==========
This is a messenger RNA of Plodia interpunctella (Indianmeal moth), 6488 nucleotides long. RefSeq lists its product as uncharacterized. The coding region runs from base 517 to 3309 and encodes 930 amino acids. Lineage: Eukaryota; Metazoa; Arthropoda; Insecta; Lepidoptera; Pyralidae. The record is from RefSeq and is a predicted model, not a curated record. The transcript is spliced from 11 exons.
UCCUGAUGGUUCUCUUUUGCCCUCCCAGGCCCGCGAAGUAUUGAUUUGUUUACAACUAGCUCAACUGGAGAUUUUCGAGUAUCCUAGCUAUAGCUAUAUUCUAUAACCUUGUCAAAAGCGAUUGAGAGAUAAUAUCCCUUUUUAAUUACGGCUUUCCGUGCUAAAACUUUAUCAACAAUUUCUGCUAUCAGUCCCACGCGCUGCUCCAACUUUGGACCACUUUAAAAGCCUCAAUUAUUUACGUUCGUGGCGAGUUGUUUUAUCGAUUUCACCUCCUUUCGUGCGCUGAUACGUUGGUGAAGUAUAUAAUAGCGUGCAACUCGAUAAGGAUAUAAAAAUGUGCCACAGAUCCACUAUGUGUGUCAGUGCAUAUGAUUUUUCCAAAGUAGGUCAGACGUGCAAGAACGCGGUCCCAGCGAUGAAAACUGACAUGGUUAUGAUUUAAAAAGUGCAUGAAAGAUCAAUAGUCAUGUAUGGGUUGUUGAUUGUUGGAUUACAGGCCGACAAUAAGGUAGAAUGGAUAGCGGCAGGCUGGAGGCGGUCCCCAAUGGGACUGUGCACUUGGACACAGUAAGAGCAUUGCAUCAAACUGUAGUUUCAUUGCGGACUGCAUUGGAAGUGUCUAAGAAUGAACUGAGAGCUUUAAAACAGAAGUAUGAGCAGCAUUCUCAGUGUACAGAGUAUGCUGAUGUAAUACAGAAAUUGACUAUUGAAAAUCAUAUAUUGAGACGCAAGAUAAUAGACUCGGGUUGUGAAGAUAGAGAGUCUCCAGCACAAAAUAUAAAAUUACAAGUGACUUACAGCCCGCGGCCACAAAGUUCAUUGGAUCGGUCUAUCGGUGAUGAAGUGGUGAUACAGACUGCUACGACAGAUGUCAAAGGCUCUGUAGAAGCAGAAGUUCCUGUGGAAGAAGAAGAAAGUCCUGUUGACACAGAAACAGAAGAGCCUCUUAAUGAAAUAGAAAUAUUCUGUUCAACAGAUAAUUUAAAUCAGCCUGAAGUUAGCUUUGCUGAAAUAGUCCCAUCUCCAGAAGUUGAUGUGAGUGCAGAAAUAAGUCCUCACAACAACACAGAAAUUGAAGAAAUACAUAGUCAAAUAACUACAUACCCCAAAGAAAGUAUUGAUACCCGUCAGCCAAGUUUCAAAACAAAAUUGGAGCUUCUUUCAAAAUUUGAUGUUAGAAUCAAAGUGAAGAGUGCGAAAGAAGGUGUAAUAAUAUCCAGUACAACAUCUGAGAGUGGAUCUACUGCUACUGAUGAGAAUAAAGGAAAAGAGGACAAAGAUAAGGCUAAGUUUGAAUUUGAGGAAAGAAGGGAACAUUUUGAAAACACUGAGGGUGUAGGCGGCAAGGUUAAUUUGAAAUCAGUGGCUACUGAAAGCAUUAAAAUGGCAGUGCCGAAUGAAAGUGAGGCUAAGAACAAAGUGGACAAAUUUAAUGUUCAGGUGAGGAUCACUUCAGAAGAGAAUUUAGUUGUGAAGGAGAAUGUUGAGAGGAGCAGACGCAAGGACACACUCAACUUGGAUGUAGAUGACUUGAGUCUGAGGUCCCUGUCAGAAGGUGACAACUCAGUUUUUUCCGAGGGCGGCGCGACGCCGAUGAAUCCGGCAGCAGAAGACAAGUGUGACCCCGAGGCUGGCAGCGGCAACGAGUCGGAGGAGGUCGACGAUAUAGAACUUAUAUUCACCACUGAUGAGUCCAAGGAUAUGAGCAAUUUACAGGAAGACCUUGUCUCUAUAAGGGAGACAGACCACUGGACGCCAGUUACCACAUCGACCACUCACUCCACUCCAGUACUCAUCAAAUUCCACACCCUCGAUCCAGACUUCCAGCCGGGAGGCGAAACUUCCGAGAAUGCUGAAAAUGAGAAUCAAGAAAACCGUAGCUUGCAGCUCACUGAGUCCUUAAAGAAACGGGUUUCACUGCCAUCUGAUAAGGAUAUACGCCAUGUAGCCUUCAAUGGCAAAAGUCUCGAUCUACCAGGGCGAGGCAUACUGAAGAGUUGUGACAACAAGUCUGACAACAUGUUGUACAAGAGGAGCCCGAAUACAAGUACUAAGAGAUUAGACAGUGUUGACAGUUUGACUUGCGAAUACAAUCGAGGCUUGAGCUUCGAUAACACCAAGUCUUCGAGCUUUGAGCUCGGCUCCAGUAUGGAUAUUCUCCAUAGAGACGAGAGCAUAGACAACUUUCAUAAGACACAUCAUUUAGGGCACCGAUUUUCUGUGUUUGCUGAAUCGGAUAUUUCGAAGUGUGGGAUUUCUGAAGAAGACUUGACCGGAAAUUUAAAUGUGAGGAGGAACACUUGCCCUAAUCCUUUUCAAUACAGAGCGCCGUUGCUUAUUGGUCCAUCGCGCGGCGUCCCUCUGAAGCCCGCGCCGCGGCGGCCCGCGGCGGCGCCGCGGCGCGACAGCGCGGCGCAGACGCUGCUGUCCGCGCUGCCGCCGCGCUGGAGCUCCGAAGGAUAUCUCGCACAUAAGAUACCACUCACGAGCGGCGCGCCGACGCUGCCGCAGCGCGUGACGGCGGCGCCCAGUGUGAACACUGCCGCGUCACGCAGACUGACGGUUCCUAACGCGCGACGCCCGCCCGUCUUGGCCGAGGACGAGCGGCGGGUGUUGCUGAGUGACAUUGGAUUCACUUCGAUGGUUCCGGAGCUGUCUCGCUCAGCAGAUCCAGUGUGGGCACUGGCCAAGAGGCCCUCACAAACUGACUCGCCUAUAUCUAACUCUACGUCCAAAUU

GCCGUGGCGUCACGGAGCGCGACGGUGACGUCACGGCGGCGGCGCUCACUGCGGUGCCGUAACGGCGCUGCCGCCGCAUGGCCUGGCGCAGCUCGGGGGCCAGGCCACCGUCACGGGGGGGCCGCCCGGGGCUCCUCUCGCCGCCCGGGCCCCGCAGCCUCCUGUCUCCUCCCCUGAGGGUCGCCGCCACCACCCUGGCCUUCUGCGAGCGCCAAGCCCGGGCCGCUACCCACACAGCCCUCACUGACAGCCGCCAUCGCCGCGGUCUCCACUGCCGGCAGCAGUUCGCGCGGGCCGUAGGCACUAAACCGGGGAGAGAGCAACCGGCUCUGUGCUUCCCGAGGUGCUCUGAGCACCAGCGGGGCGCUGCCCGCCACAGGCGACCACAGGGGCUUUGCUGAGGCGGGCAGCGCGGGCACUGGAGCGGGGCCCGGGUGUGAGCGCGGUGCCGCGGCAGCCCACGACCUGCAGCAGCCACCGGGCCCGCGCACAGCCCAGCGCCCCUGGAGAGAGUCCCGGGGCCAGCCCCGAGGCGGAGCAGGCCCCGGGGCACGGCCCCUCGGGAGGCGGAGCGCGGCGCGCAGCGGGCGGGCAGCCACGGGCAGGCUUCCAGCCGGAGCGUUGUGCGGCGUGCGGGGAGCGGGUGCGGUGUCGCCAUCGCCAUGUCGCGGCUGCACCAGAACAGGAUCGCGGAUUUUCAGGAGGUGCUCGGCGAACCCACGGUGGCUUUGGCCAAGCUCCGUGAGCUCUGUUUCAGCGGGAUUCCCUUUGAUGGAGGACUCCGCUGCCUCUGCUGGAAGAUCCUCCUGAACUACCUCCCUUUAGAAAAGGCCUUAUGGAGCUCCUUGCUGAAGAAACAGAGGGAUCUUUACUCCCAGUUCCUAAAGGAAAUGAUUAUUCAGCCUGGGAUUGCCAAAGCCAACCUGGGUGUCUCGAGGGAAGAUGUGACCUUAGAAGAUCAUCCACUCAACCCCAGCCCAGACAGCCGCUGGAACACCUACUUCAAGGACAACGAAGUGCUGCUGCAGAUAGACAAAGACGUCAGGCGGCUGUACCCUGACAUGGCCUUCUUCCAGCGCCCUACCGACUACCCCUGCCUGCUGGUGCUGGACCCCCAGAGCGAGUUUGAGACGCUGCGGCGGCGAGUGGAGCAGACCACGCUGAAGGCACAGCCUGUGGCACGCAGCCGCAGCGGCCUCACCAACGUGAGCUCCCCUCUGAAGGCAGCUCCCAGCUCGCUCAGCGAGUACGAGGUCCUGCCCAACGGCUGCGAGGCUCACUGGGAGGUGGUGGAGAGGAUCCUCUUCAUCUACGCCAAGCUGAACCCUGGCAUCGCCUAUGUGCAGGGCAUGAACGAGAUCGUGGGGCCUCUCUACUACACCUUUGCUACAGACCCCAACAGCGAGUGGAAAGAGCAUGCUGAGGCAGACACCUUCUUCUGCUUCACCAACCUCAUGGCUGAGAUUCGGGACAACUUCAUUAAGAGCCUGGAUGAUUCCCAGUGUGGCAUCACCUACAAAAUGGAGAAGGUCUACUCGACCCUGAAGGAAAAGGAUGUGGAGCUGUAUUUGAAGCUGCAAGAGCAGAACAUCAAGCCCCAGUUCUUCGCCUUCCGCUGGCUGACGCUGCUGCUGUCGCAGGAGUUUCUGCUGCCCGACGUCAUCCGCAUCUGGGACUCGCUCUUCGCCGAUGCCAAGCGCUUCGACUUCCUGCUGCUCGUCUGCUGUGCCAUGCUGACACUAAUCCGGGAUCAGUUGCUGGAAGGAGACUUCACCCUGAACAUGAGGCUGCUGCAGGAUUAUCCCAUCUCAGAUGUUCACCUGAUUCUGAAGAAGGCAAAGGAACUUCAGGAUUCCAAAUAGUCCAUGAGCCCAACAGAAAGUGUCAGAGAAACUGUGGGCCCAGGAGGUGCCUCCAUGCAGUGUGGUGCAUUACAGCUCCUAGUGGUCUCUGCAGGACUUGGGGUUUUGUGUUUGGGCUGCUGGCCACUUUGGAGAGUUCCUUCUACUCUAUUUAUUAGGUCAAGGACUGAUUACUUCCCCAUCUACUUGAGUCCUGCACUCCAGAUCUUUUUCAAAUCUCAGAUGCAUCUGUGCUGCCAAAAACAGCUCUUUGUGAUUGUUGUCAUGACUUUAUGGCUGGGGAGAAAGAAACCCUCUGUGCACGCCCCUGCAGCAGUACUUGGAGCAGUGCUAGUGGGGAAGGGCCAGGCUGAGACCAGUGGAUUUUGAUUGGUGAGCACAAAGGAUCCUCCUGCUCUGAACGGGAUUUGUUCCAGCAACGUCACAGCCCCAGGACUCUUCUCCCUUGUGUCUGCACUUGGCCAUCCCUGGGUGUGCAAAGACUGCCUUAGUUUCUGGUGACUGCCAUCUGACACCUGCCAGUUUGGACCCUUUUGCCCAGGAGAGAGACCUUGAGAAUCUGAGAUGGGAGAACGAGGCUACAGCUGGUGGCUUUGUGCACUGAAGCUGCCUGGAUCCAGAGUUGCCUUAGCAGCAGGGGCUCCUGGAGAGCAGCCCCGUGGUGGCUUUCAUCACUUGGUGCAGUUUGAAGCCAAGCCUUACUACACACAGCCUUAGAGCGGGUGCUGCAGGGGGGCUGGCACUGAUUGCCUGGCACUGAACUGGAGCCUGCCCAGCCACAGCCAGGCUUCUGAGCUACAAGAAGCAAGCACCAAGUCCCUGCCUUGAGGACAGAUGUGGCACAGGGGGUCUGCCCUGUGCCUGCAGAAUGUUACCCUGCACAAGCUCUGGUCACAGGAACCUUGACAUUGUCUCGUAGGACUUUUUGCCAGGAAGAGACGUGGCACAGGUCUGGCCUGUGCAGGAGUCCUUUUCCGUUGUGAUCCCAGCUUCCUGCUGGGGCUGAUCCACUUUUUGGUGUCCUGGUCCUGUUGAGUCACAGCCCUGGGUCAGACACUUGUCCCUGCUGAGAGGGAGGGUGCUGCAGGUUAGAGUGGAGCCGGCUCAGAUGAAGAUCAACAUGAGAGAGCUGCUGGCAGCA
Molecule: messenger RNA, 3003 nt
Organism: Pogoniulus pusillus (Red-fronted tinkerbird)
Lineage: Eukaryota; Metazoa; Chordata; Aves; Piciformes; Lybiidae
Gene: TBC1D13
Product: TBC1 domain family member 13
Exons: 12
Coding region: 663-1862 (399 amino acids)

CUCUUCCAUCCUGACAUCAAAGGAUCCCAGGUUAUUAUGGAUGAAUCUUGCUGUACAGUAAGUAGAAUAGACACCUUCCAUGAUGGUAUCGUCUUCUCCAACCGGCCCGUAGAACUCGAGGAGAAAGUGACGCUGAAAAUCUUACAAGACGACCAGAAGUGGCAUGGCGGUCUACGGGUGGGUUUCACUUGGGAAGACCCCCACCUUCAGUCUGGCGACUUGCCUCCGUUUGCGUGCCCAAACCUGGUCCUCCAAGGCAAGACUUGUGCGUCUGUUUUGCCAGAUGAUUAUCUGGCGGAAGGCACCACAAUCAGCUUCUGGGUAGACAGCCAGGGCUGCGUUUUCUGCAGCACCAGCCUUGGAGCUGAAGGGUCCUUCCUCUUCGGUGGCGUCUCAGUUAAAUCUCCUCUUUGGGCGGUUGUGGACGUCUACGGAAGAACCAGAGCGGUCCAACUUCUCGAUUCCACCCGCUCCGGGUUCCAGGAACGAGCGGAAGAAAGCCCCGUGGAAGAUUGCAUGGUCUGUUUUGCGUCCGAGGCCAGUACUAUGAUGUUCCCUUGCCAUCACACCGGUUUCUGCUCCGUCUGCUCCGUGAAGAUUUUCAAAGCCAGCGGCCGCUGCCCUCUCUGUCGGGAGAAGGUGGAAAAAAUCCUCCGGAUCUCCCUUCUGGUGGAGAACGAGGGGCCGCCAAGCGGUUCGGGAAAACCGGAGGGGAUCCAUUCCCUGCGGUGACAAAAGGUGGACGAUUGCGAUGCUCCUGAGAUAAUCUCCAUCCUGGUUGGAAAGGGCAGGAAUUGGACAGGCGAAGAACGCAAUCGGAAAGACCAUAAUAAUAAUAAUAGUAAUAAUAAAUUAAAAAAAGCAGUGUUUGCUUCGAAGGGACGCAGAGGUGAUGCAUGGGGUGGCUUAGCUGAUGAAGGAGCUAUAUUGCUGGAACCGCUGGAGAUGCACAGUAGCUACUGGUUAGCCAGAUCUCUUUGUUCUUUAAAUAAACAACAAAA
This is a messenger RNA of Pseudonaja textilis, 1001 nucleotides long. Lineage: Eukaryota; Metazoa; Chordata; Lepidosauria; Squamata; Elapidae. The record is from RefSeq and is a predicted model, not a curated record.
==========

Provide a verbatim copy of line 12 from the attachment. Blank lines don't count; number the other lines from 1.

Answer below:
This is a messenger RNA of Pseudonaja textilis, 1001 nucleotides long. Lineage: Eukaryota; Metazoa; Chordata; Lepidosauria; Squamata; Elapidae. The record is from RefSeq and is a predicted model, not a curated record.